The Apollo 11 landing site at Tranquility Base, where humans stepped foot on the moon, should be named a National Historic landmark, said professor Beth O'Leary
Astronaut and Lunar Module pilot Edwin E."Buzz" Aldrin Jr. photographed during the Apollo 11 extravehicular activity on the Moon. He has just deployed the Early Apollo Scientific Experiments Package (EASEP). In the foreground is the Passive Seismic Experiment Package (PSEP); beyond it is the Laser Ranging Retro-Reflector (LR-3); in the center background is the United States flag; in the left background is the black and white lunar surface television camera; in the far right background is the Lunar Module "Eagle". Astronaut Neil A. Armstrong, commander, took this photograph with a 70mm lunar surface camera., photo: NASA's Apollo 11 Image Library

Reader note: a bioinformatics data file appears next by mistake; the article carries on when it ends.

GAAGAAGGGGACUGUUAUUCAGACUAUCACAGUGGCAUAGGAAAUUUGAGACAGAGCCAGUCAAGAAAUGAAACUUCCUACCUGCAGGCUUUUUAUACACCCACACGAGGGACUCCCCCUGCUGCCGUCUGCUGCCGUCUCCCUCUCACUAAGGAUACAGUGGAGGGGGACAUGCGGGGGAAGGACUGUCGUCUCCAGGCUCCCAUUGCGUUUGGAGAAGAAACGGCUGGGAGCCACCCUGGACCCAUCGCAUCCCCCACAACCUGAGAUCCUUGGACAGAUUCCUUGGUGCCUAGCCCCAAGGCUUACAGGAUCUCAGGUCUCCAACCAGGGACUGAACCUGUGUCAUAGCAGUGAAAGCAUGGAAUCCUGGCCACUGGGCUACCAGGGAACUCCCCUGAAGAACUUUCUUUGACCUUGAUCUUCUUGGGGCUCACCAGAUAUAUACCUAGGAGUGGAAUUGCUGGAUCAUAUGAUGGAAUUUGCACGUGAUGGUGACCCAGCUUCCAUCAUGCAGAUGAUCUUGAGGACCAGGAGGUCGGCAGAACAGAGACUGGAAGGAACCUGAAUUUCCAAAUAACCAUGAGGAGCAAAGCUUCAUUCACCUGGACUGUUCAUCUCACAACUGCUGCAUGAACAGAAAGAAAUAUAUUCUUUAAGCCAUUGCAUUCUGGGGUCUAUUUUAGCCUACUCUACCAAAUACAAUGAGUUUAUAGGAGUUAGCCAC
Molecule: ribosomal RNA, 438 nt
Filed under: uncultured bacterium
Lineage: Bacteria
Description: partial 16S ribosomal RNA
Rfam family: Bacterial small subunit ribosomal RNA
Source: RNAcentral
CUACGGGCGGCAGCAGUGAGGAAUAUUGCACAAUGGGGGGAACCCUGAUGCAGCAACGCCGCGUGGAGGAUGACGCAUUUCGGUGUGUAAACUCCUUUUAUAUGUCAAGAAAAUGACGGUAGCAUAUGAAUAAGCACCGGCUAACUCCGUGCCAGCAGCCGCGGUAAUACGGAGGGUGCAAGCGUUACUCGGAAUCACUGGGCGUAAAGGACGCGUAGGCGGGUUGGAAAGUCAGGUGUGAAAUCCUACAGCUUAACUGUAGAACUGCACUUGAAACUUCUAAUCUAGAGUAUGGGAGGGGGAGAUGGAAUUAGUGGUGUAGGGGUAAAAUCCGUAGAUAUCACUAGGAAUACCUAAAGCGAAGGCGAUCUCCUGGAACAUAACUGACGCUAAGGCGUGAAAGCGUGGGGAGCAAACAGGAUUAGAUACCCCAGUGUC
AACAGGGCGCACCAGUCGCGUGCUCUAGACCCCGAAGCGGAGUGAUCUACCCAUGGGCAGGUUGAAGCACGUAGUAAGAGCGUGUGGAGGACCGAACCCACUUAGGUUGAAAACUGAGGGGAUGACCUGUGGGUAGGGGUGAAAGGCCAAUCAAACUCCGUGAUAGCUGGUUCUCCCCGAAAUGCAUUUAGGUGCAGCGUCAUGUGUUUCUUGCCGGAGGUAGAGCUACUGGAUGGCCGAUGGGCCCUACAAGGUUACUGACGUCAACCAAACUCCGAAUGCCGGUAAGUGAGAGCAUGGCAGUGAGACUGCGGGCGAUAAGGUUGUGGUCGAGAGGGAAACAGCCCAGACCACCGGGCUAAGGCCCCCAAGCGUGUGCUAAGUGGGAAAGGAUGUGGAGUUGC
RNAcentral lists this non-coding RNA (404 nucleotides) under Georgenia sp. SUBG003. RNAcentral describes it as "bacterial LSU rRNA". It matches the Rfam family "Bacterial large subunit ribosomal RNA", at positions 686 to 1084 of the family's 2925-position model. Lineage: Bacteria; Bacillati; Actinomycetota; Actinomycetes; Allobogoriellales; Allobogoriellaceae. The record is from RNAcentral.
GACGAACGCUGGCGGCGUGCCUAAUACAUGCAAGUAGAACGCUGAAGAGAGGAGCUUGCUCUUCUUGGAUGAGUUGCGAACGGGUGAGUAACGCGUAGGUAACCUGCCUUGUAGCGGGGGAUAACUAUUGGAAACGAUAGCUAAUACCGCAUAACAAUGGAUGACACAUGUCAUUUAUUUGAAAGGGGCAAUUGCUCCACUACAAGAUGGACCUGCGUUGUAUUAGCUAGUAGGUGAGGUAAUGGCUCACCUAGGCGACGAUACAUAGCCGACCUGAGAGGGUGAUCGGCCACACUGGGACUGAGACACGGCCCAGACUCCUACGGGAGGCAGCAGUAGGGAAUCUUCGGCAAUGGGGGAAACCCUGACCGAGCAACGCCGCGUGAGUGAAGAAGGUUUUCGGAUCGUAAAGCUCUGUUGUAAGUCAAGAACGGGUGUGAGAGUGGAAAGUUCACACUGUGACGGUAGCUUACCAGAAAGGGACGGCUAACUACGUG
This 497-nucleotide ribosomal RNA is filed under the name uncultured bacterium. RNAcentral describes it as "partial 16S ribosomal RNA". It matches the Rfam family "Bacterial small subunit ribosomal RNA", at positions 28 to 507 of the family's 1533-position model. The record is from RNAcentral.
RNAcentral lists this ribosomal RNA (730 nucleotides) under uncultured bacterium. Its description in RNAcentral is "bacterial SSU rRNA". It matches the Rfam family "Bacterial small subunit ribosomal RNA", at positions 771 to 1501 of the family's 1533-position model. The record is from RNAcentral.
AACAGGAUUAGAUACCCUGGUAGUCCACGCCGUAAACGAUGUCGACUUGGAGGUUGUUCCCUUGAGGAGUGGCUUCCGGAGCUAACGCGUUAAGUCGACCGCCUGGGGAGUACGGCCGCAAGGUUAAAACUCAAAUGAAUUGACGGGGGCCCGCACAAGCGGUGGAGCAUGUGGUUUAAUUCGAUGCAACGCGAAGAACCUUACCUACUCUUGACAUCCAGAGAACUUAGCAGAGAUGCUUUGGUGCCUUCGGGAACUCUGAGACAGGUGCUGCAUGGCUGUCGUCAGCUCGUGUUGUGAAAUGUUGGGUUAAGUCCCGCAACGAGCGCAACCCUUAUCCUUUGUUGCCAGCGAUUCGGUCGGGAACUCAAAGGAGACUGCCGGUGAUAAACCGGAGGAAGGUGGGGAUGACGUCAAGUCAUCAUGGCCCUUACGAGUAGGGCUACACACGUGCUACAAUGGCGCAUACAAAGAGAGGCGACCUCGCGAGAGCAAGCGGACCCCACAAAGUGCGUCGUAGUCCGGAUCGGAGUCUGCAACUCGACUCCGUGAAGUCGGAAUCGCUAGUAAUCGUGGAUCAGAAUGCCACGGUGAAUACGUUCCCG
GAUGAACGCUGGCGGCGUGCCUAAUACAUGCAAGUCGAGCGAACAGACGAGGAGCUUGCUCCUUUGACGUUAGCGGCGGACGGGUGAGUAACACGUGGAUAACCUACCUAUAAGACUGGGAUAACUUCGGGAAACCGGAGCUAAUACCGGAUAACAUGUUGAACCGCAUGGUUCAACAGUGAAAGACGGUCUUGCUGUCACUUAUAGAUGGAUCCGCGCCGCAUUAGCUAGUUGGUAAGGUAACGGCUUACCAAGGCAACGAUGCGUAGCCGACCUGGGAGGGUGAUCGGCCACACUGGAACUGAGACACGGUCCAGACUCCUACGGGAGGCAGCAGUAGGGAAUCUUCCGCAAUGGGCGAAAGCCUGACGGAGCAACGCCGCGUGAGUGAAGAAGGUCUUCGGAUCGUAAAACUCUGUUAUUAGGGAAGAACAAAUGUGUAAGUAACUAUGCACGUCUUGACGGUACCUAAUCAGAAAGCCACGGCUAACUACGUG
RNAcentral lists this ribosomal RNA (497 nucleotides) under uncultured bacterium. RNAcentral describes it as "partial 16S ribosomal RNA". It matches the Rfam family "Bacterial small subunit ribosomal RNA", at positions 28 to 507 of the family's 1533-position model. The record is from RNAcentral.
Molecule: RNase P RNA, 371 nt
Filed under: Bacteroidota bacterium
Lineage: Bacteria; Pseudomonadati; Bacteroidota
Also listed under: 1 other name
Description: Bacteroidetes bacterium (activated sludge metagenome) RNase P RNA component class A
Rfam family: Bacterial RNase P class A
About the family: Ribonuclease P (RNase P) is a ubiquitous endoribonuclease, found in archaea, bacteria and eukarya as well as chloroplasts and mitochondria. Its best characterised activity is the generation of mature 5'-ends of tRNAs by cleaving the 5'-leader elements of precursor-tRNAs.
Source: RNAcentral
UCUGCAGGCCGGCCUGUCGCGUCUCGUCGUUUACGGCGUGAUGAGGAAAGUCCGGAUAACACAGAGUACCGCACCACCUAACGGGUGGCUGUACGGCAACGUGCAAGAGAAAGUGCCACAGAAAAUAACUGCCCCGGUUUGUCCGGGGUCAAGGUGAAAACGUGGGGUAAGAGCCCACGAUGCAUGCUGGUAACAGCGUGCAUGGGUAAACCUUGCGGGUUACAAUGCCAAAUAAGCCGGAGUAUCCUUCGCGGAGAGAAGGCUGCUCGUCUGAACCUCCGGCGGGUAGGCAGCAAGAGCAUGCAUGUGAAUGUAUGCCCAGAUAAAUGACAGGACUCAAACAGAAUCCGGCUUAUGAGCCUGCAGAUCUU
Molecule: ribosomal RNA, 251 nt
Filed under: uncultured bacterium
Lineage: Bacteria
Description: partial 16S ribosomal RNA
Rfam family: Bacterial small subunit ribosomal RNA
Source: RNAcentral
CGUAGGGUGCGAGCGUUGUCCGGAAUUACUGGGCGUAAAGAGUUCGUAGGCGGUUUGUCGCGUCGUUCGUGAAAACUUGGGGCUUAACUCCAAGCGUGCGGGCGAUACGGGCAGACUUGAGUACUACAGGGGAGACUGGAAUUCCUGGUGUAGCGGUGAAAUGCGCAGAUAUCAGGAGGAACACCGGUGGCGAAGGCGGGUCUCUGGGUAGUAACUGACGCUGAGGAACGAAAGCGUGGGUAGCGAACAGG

18 of July 2017 14:04:33
LAS CRUCES – A New Mexico State University anthropology professor is on a mission to save moon-landing sites.Beth O'Leary is speaking this week in Washington, D.C., on preserving the spots where humans stepped on the surface of the moon.She is giving presentations at the National Geographic Society and the Smithsonian National Air and Space Museum to coincide with the 48th anniversary of the Apollo 11 mission.Her new book, "The Final Mission: Preserving NASA's Apollo Sites," looks at the exploration of space from an archaeological and historical-preservation perspective. It also details how various sites in New Mexico, Texas, California, and Florida contributed to the successful Apollo mission.O'Leary says the Apollo 11 landing site at Tranquility Base, where humans stepped foot on the moon, should be named a National Historic landmark.